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In ‘Carolina Noise,’ Nigel Malone Analyzes the NC Hip-Hop Sound

Musician continues working toward a brighter future for Charlotte artists

Nigel Malone portrait
Nigel Malone. (Photo courtesy of Nigel Malone)

If you’re a fan of the Charlotte hip-hop scene, you’ve likely been touched by the imprint of Nigel Malone. Powerfully soft-spoken with a humility that carries the authority of experience, the multi-talented creative who’s also known as NXGXL could be described as a jack of all trades. 

As a rapper in his teens, Malone trained under figures that would rise to define not just Charlotte’s scene but the North Carolina scene at large. As an engineer, he has helped sculpt the sounds of multiple generations of lyricists ranging from Cuzo Key and Myles Harris to rising talents like Ahmir. 

As an educator, he has built programs in conjunction with Charlotte institutions like the Harvey B. Gantt Center for African-American Arts + Culture, where he’s taught an after-school music masterclass series throughout the spring. 

With the release of his 2024 debut film Carolina Noise, Malone can now add documentarian to his long list of creative titles. The film asks a simple question that begs a winding, complex answer: Does North Carolina hip-hop have a sound? 

In search of an answer, Malone took his camcorder to interview a number of folks who play important roles in North Carolina hip-hop, including many with whom he has collaborated in the past. Sources range from storied Triangle-area producer Khrysis to NC A&T applied music lecturer Dr. Van Hall to Queen City emcee Lord Jah-Monte Ogbon.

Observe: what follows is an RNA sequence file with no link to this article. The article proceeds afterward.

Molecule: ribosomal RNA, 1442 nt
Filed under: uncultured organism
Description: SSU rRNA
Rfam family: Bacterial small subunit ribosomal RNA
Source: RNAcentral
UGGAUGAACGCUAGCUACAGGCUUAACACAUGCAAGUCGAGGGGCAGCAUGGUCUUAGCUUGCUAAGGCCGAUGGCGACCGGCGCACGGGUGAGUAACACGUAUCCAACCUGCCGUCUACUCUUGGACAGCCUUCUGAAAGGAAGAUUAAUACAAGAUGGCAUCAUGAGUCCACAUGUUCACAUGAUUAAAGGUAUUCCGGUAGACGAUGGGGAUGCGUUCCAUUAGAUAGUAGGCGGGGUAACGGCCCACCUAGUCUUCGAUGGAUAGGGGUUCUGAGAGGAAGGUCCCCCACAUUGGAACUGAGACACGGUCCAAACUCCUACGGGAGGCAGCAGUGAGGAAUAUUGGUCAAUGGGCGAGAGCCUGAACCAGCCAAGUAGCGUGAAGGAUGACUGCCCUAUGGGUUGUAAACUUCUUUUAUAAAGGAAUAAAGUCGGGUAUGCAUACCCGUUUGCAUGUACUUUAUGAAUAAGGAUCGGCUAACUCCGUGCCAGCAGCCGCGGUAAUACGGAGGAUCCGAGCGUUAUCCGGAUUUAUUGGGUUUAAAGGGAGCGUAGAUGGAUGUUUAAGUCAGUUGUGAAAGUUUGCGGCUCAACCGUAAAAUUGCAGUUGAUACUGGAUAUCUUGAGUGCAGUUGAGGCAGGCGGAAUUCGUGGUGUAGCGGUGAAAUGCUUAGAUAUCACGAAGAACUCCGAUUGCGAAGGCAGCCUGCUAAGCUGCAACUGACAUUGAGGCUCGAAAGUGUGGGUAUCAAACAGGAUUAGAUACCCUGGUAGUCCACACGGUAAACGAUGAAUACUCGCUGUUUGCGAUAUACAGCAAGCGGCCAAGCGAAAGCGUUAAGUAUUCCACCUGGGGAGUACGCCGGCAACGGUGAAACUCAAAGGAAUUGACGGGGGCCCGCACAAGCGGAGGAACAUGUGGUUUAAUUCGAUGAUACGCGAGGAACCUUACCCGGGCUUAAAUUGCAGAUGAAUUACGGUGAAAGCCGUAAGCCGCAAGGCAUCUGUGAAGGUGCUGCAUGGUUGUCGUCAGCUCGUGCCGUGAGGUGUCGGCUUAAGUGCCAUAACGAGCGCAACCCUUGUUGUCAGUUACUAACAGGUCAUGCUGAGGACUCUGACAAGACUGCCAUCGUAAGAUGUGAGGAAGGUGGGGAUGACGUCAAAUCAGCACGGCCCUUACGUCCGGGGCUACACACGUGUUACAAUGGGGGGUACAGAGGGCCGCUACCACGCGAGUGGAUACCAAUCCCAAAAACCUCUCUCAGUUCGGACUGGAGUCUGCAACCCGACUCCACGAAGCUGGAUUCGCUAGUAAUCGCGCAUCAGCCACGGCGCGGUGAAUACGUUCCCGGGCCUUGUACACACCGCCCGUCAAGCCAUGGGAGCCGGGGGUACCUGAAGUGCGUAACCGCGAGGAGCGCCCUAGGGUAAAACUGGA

Malone presents the answers heuristically, letting the interviewees present their own respective responses — many of which in disagreement with one another — adding minimal narrative interruption himself. 

Nigel Malone in the studio. (Photo courtesy of Nigel Malone)

Throughout the 30-minute documentary, the answers are indeed as variegated as the interviewees. Ski Beatz — the Greensboro native known for producing artists like Camp Lo, Jay-Z, Bahamadia, Lil’ Kim, and more — argues that North Carolina’s sound represents our artists “staying true to the culture of hip-hop.” 

Mavi, one of Charlotte’s acclaimed young rappers, suggests that our sound is a mélange of aesthetics due to the city’s placement in the path of the Great Migration. Others like Charlotte artists Yung Bizzle, Verbal Van Gogh and Makeda Iroquois deny that North Carolina has a singular discernible sound altogether.  

However, one theme emerges throughout the film’s interviews: soul. 

Boris “Bluz” Rogers, the master of ceremonies for so many Queen City hip-hop events over the years, is one of the first in the documentary to identify soul as the standout characteristic of the state’s scene. 

Charlotte’s shapeshifting R&B songstress Cyanca compares this soulfulness to the taste of her grandmother’s cooking. Cheryse Terry of Archive CLT suggests that the non-singularity of the state’s sound is due to its reflection of soul’s authenticity. 

Malone, who did not tell the interviewees how others had answered, also drew out this common theme.